Russia writes off nearly $10 bln in North Korean debt
Russian President Vladimir Putin has signed a law to ratify an agreement between the governments of the two countries to settle debt on Soviet-era credits.
The State Duma passed the law on April 18 and the Federation Council approved it on April 29. The agreement provides for a discount of 90% on the debt, which exceeds $11 billion. The remaining $1..09 billion must be paid in equal semi-annual tranches over a period of 20 years to an interest-free account to e opened by Vnesheconombank (VEB) and North Korea's Foreign Trade Bank.
The money will be used to finance projects in health care, education and energy in North Korea, as agreed by the countries. It might also be invested in a gas pipeline and railway via North Korea to South Korea.
Russian Deputy Finance Minister Sergei Storchak has said Russian companies are involved in plans to build a pipeline and railway across North Korea. "When we were negotiating [with North Korea on debt settlement], the issue was raised of some of the debt being used as payment for rights of way [for the pipeline and railway]. We have not received a firm positive answer, but there has been a response in the sense that this is subject to negotiation," Storchak said.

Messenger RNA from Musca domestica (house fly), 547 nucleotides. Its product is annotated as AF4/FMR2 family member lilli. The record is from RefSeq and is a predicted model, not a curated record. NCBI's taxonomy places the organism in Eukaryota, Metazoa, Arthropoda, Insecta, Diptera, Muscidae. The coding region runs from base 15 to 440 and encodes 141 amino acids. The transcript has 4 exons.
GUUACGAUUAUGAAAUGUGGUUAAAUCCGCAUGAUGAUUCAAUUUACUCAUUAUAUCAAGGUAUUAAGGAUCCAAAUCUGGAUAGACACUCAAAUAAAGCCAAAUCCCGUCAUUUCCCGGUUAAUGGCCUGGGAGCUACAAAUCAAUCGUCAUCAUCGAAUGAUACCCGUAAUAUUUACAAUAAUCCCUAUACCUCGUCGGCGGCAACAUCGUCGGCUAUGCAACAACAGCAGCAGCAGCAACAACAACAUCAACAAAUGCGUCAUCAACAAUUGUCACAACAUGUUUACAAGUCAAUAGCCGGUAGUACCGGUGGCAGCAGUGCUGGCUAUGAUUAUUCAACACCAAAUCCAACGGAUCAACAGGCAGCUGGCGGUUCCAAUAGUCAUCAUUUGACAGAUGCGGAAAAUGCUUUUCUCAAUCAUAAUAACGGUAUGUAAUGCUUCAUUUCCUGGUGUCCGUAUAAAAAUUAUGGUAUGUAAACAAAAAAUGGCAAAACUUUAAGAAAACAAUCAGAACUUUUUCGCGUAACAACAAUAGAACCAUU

During almost 20 years of talks with North Korea, agreements on specific aspects of financial, political and economic relations between Russia and North Korea were considered and taken into account for the final agreements.
Russia and North Korea resumed talks on debt settlement in 2011 after a long pause. The parties could not agree on debt repayment up until 2007. In particular, Russia did not rule out the possibility of writing off part of the debt and giving an extension for paying the rest or repaying as investments.
In August 2011 Russian and North Korean leaders at the time, Dmitry Medvedev and Kim Jong-il, developed approaches to resolving the issue of the North Korean debt at a meeting in Ulan-Ude.